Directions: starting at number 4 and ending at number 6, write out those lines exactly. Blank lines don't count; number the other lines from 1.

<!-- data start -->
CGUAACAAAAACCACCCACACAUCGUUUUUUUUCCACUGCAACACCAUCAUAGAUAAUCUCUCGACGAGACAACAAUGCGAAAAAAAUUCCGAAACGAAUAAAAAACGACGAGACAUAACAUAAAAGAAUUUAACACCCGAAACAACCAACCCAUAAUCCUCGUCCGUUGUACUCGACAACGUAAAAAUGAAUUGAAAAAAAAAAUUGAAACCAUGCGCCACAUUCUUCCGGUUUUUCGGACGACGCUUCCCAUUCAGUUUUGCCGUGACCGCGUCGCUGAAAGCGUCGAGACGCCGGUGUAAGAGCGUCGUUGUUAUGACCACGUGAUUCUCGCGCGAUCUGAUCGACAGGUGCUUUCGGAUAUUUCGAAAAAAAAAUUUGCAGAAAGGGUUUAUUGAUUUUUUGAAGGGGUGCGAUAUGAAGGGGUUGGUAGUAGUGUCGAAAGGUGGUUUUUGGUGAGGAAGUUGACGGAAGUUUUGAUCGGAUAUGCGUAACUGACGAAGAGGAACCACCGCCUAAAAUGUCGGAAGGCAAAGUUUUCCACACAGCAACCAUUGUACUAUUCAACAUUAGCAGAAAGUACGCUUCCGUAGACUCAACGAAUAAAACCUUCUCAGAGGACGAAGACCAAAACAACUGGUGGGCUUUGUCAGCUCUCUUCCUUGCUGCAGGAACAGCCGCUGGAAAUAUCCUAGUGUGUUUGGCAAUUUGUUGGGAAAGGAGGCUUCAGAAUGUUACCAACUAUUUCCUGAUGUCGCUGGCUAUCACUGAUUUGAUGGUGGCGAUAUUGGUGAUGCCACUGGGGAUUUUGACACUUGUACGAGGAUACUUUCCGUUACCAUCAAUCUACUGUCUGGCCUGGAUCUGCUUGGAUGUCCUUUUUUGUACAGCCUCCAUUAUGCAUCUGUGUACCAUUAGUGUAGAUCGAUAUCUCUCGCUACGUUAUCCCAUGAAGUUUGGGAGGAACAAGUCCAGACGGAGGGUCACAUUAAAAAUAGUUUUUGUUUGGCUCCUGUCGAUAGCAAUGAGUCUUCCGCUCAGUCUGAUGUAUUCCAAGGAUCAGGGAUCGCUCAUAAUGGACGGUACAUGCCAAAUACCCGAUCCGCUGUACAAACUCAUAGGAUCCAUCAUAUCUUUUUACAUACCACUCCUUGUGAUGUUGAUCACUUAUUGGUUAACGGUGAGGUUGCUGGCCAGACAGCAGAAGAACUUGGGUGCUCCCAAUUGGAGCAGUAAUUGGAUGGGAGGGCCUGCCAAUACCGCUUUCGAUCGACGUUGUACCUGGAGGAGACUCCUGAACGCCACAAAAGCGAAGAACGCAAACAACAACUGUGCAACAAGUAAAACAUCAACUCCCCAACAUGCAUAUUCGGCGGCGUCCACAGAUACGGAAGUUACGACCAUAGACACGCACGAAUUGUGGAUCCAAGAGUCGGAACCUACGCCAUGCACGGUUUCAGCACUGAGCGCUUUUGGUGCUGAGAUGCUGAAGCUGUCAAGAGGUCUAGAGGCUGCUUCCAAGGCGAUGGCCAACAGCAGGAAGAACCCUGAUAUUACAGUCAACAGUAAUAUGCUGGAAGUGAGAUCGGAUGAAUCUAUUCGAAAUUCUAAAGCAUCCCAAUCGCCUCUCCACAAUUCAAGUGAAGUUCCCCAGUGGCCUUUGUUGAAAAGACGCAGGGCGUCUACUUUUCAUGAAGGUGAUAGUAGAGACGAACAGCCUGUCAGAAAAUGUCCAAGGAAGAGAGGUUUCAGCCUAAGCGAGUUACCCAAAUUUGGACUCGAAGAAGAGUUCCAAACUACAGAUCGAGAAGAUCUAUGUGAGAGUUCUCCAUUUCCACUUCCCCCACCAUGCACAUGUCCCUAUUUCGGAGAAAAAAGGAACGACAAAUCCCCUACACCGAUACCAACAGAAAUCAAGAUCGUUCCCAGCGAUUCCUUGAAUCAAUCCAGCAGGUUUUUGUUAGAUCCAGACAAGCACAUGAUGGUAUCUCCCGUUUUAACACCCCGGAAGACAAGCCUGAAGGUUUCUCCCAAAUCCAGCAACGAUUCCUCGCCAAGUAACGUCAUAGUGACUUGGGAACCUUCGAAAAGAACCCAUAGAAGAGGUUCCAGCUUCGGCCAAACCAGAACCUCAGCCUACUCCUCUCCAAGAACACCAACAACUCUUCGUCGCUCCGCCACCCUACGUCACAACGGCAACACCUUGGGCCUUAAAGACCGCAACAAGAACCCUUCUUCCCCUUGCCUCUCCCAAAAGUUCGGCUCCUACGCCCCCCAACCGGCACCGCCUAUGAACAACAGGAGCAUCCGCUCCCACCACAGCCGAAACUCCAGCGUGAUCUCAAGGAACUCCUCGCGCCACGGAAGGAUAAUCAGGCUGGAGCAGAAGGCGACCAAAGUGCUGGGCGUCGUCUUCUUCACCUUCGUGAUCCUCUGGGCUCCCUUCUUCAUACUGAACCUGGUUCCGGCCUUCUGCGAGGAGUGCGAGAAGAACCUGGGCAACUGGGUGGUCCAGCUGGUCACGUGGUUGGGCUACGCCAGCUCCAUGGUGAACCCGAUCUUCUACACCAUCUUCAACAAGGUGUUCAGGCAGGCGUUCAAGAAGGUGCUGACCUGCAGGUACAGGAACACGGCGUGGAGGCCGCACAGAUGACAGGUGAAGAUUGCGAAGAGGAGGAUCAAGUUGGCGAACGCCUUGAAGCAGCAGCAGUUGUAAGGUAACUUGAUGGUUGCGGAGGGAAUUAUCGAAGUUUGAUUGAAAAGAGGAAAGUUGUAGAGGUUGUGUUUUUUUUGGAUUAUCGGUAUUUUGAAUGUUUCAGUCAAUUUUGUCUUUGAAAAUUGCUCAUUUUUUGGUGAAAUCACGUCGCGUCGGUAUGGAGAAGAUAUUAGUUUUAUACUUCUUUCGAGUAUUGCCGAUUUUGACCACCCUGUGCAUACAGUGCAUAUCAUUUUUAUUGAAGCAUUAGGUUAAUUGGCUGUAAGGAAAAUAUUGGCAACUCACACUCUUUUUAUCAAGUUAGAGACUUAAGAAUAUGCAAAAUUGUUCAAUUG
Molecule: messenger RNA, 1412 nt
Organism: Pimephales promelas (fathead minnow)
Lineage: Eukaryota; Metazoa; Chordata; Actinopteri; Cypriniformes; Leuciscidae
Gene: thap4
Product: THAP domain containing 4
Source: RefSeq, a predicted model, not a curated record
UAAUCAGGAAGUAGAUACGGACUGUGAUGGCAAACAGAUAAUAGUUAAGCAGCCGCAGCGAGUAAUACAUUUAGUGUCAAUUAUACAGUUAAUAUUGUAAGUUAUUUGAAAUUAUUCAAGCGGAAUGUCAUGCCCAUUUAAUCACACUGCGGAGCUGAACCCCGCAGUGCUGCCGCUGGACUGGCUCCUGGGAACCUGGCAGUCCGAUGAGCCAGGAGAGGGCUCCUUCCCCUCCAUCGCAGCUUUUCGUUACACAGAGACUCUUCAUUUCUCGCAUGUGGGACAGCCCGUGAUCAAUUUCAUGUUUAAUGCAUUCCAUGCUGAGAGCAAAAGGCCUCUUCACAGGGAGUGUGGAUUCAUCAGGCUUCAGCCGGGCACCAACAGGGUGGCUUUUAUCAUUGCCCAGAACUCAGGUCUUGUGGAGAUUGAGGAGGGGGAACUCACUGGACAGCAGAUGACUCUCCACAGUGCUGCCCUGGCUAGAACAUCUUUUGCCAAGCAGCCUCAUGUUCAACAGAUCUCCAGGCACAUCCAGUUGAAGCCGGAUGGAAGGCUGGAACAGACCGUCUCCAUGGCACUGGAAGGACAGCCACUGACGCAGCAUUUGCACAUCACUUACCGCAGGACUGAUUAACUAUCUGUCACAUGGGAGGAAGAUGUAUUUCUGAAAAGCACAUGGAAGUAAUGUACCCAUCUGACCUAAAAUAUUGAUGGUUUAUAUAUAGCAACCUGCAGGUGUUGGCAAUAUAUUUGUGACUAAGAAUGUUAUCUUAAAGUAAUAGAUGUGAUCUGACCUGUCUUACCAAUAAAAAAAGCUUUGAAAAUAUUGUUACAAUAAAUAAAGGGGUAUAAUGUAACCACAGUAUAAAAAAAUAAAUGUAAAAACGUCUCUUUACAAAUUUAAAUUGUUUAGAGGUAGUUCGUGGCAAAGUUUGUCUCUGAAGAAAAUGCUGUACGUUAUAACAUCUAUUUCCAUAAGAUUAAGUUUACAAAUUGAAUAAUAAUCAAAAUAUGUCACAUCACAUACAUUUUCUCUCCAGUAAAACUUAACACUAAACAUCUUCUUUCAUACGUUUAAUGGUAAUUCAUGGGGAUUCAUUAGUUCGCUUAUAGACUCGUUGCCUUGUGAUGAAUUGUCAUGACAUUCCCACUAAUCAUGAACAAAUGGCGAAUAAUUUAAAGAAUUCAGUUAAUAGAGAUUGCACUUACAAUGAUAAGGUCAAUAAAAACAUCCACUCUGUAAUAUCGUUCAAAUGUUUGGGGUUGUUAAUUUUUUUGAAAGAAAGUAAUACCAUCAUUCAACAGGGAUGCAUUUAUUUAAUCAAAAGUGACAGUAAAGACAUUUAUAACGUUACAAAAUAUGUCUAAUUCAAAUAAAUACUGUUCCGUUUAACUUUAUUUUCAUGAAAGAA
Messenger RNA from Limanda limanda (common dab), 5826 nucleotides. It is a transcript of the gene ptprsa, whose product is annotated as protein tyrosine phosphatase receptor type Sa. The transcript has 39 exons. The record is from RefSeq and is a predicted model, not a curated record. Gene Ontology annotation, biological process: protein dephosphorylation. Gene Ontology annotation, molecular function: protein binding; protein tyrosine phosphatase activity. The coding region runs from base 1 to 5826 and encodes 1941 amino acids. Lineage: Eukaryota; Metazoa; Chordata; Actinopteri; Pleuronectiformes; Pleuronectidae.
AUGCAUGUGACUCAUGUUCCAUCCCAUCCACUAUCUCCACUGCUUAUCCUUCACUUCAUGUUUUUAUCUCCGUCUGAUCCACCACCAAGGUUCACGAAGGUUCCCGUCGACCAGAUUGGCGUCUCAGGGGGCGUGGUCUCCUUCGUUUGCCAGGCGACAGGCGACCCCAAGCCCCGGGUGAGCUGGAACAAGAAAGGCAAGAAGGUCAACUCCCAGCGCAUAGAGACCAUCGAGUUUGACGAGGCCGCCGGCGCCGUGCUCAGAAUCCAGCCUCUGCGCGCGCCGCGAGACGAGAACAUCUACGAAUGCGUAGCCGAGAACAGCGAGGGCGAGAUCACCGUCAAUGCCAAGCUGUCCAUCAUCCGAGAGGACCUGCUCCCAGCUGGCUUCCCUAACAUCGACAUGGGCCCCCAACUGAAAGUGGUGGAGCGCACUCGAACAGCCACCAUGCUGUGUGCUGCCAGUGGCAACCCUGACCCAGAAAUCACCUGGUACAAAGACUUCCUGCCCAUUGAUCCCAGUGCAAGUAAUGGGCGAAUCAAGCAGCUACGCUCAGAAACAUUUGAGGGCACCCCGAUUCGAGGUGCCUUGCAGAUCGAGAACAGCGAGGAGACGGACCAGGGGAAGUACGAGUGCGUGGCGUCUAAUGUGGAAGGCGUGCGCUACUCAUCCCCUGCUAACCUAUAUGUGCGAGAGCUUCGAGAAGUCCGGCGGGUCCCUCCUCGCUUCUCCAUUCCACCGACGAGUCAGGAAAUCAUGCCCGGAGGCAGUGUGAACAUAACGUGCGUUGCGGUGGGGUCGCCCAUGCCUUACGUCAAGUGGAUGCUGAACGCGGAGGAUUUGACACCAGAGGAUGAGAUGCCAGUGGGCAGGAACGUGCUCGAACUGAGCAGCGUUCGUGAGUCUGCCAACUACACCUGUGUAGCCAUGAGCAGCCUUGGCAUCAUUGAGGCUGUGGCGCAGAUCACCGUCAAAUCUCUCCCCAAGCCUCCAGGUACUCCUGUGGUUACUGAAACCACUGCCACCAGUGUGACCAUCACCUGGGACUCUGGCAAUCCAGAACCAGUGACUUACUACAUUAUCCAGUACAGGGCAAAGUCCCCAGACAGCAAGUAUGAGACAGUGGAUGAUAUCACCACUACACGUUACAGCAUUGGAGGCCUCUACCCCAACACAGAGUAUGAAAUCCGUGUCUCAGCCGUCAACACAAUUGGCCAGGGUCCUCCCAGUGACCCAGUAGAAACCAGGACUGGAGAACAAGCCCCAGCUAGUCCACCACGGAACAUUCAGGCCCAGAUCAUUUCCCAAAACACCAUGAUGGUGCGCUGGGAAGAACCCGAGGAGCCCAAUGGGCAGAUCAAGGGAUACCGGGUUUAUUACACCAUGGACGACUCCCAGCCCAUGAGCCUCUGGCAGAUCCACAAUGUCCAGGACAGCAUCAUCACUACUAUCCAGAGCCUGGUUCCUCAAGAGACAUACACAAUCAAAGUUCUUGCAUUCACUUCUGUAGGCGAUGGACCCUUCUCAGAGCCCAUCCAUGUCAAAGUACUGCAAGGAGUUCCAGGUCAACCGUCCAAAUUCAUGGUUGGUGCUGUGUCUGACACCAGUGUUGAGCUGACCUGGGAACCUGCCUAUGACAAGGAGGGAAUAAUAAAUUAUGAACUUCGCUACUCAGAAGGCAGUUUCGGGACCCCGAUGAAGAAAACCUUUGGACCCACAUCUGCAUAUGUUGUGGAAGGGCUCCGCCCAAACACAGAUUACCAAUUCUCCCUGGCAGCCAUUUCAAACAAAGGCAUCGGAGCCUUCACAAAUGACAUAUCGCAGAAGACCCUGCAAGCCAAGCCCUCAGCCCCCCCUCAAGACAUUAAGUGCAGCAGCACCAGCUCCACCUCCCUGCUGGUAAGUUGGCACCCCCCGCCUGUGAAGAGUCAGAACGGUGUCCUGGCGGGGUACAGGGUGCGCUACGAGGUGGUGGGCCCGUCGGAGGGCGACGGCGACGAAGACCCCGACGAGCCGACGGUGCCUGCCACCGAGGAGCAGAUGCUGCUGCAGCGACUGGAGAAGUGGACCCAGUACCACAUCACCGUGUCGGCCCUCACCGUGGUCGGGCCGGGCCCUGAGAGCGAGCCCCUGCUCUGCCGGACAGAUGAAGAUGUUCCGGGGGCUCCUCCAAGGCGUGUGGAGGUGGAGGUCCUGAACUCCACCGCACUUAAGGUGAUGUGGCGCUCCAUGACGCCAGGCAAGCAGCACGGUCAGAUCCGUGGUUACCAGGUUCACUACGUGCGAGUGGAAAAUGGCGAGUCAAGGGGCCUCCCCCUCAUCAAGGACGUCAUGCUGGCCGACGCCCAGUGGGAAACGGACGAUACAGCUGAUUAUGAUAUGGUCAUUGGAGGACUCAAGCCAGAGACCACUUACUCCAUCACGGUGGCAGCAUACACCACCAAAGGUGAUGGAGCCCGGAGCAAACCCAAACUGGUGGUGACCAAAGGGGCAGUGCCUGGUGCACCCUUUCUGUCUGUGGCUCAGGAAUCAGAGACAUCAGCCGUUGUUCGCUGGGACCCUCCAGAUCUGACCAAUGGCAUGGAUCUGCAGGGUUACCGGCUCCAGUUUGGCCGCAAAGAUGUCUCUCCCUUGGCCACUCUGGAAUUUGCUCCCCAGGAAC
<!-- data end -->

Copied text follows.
Lineage: Eukaryota; Metazoa; Chordata; Actinopteri; Cypriniformes; Leuciscidae
Gene: thap4
Product: THAP domain containing 4